legal but rude

Kenneth Hallam khallam at
Fri Feb 21 11:56:39 PST 2003

* From the T10 Reflector (t10 at, posted by:
* Kenneth Hallam <khallam at>


You are right to characterize poorly designed interoperational behavior as
"rude". In fact, Jeff Stai wrote an entire chapter on "SCSI Ettiquette" in
his book "The SCSI Encyclopedia, Vol-2" published by ENDL Publications way
back in 1994. Also many years ago when I taught classes on SCSI design, the
concept of "legal but rude" was a key part of every class. Every formal
interface standard has sufficient lattitude within it's legaly defined
behavior models to allow 2 products designed by different teams to fail to
work properly when connected. That's why ANSI sanctioned standards are
often followed by official Technical Reports that define specific device
profiles and even those are followed by what ever commercial product grabs
the most market share that becomes the de facto standard as far as behavior
is concerned. For most of us, it's easier to change vendors than to change
internal software.


Ken Hallam
Storage Architecture
IBM Storage Systems Group            Voice T/L 321-5689 or 520-799-5689
Tucson, AZ 85744                                  Fax  T/L 321-5410 or
khallam at

                      "Pat LaVarre"                                                                                                    
                      <LAVARRE at iomega.c        To:       <t10 at>                                                                 
                      om>                      cc:                                                                                     
                      Sent by:                 Subject:  legal but rude                                                                
                      owner-t10 at                                                                                                
                      02/21/2003 11:28                                                                                                 

* From the T10 Reflector (t10 at, posted by:
* "Pat LaVarre" <LAVARRE at>
By the way, I find a number of engineers find the "legal but rude" concept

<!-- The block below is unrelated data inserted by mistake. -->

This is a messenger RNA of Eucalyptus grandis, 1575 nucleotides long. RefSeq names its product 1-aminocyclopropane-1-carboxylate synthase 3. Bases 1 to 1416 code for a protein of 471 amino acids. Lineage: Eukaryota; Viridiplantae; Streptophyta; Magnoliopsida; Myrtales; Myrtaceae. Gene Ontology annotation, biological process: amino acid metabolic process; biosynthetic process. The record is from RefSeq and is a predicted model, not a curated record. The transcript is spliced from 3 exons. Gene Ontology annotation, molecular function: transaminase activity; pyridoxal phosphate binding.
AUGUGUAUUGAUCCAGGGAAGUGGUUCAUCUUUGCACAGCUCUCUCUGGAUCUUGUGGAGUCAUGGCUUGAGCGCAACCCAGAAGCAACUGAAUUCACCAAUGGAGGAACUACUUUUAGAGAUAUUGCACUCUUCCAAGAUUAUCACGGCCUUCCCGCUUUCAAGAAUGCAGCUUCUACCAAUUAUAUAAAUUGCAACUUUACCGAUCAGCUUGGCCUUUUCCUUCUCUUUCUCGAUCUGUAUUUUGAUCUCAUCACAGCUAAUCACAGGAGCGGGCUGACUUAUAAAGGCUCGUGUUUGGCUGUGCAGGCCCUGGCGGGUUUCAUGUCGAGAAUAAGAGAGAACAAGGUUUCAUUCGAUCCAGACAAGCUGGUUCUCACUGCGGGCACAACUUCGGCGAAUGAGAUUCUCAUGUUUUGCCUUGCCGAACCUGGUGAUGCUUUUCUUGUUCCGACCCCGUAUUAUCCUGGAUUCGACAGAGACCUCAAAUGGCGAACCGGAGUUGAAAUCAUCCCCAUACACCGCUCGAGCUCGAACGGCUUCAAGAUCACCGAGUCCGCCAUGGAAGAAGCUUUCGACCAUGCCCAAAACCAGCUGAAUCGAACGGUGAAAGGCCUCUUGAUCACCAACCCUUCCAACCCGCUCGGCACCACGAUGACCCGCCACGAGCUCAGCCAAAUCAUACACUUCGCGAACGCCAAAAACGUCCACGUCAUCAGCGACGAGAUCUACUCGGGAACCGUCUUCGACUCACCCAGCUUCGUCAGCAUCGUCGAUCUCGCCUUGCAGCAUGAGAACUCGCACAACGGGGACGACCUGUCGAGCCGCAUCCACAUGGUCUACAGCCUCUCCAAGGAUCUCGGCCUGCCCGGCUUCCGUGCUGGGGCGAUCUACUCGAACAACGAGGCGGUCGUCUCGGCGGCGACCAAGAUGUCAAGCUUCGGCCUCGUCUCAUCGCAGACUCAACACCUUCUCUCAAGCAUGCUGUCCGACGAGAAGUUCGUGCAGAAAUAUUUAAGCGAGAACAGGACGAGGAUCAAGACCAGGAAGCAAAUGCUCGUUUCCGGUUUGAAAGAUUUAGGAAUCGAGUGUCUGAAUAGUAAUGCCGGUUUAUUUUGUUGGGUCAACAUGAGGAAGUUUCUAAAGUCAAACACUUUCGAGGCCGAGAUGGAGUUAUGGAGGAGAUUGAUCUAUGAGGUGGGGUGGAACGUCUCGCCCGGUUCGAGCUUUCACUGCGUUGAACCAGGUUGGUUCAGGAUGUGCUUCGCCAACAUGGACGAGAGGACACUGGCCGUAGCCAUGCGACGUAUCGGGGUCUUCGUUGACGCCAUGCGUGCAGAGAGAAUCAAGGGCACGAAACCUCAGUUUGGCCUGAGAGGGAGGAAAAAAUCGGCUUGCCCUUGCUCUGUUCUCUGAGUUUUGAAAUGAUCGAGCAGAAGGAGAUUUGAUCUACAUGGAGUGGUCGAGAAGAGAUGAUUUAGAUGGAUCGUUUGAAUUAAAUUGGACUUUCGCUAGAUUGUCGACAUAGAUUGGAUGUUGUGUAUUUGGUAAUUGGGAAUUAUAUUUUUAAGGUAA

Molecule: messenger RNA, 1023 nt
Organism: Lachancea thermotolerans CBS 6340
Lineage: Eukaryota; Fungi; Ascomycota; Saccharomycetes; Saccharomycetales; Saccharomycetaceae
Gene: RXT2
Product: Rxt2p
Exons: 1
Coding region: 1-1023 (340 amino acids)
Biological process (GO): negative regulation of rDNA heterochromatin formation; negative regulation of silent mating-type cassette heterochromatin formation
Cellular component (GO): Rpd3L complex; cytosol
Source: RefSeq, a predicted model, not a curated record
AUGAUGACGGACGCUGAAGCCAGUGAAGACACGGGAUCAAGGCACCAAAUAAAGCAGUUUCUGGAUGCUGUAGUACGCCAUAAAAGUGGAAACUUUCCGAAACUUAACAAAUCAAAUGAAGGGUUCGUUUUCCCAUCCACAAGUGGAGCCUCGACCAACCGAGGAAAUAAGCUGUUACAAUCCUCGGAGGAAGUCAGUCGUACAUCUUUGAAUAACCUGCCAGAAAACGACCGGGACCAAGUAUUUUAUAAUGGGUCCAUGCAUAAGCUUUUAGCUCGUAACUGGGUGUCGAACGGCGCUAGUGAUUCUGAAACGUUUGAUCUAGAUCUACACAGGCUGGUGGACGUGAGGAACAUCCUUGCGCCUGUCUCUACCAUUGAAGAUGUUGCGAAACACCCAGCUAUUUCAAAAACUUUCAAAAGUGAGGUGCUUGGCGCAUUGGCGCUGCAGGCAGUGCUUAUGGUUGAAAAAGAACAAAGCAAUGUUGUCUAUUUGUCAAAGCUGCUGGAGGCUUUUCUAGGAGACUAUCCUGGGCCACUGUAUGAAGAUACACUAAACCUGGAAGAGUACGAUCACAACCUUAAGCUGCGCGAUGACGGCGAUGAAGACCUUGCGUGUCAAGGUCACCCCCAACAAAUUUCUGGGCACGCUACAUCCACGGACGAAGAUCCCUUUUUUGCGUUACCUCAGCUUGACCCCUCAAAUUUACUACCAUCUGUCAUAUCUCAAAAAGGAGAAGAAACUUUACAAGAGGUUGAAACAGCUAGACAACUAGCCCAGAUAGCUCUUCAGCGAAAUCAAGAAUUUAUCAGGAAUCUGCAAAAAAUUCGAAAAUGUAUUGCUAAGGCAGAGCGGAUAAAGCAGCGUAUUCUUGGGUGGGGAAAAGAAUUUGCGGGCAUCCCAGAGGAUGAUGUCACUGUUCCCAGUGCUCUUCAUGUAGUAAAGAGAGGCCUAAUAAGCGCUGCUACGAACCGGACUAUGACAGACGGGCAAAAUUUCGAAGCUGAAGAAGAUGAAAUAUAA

difficult to learn.

Anybody got a better way to explain it?

The kind of design I mean by this phrase includes choosing plug 'n play
descriptors, such as op x12 Inquiry data, formed strictly in accord with
the merely public merely standard paper specs ... that in fact don't
interoperate well because they aren't normal.  Of course I can't easily
discuss any real & current examples, but here's an analogous hypothetical.

Suppose someone actually built a device with an op x12 Inquiry that
returned x00 DASD as the byte 0 & x1F PDT (PeripheralDeviceType) but then
responded to op x25 ReadCapacity with a blockLength larger than x1000 B =

All the paper specs say this is utterly legit.  But if you actually go
build such a thing, the host i/o chokes, because "everyone knows" that the
block size of any HDD is supposed to be as small or smaller than a virtual
memory page, and "almot everyone knows" that the block size of x00 DASD is
supposed to be x200 B = 512 B = 0.5KiB.

I say the device and the host here are being "rude".  This other engineer
said only the host was "rude", because the paper spec covers the device, so
the device is "legal", and there is no paper spec for the host.  I say
neither would have got caught being rude if the other had been polite.  I
say we know they are mutually rude because the system breaks, despite half
of the system, the device, being completely legal by any reasonable reading
of the merely public merely standard paper specs.

What can this engineer be thinking, to say only the host is rude?

How can I explain that the device here is equally rude?

Cluelessly, curiously, thankfully yours, and a Happy Friday to you, Pat

P.S. If by chance I err and some paper spec does tell us that block size
other than 0.5 KiB isn't legal for PDT = x00 DASD, that rather misses the
point.  The point is we can tell it's rude before we even ask if it's

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